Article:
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R.I.P. Xbox OneUPDATE: Microsoft has issued a mea culpa and retracted pretty much everything about the Xbox One's DRM policies. Hooray for the power of group outrage!

“The first-sale doctrine creates a basic exception to the copyright holder's distribution right … Without the doctrine, a possessor of a copy of a copyrighted work would have to negotiate with the copyright owner every time he wished to dispose of his copy.”[1] Seem familiar? This is exactly what Microsoft is asking people who buy disc-based games for the Xbox One to do: negotiate with the copyright owner every time you wish to dispose of your copy of the game.

It's true digital distribution is presenting a number of legal issues around copyright and the first-sale doctrine. Copyright holders want to “license” media (including games) to us, without actually considering the logic behind that stance. If we are only buying a “license” to use content and not buying the content, then copyright holders should be offering to re-sell us the same content for only the cost of the media. For example, if your child destroys your game disc, you should be able to get a new disc for only the cost of the disc—after all, you already paid for the “license.”[2] Of course, this is not how physical distribution works.[3]

Media distributors have, for years, been trying to convince us we are only purchasing a license to use their content, not an actual copy of the content with which we can do what we wish (first-sale doctrine). However, if we do not own the copy, if we only have a license, there are issues that crop up:

  • Your license can be revoked. It's not hard to find stories of people who have lost access to hundreds of dollars worth of media because their account was banned. If we are only license holders, not owners, our use of the product is subject to the whim of the copyright owner.

  • Your license can expire. Again, you can easily find stories of people who have bought content from a distributor, and then the distributor shuts down, the content can no longer be authenticated and so they lose their content. And they can't even complain because the company issuing the license doesn't exist.

  • You are tied into ownership of the physical product for life. If you can't sell, trade, or give the physical copy of the media away, you are stuck with it, even if you don't want it. What happens to physical media no one wants any more? There's a landfill of E.T. cartridges in NM that would like to have a word with you.

  • Pursuant to the previous point, ownership of the licenses cannot be transferred to your heirs upon your death. So what happens when you die and your estate is full of can-no-longer-be-played games? There's that landfill again.

  • Renting and borrowing are right out.

Digital distribution solves some of these problems (there's no physical media to be thrown away); but, it is even more heavily dependent on your account maintaining good status and the digital distributor not shutting down. And the distributor doesn't have to shut down for good, any interruption in service removes your ability to play your games.[4] If you're dependent on a digital distributor for access to your media, you really have no control over the media at all, not even over your use of it. Do you really want Microsoft (or Valve or Amazon or etc … ) to determine when you can and cannot play your games, or read your books, or watch your movies?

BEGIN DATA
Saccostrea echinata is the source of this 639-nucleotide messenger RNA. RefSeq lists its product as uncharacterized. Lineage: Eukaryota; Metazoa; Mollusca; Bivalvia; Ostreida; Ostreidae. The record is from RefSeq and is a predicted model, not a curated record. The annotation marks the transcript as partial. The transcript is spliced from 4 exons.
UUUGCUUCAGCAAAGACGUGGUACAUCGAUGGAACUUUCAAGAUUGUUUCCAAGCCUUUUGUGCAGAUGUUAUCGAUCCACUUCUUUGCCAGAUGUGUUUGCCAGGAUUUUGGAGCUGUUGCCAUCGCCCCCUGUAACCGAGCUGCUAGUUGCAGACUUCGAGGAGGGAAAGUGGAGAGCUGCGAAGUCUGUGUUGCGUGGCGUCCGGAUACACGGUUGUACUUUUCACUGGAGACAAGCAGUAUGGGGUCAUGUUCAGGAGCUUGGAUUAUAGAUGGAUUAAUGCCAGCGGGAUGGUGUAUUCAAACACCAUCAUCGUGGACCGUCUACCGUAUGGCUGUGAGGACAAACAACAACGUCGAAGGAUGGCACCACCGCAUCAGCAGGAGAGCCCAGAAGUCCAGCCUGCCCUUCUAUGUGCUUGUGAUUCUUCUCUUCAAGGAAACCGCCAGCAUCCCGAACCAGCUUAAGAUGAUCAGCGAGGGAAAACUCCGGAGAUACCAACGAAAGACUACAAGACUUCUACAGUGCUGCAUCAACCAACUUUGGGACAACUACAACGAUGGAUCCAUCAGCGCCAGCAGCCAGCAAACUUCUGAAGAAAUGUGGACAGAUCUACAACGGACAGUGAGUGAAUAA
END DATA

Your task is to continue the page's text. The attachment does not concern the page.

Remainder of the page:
I'm glad Microsoft has created this controversy. It is finally getting people to pay attention to the concept of ownership. If we keep passively letting copyright owners to strip us of our ownership rights, we only approach a future in which we don't own anything and are dependent on the goodwill of others to keep anything we have. And that's not a future I want to live in.


[2] Some companies, Disney was one, actually put their money into backing this concept. For example, when buying a DVD of a movie, you could send in proof-of-purchase from a VHS copy of the same movie and get a rebate—i.e. you were only paying for the new media, not a new license. Sadly, I don't think anyone does anything like this any more.

[3] Yes, this is an advantage of digital distribution. If your physical copy is destroyed (e.g. hard dive crash), you just re-download the media from your account. Assuming, of course, your account is still active and the provider still in business.

[4] Microsoft's statement about not being able to check in online but still being able to watch DVDs is (I'm sure unintentionally) ironic: You can't play your disc-based games for which you paid, but you can watch your disc-based movies for which you paid. Are they trying to go out of business?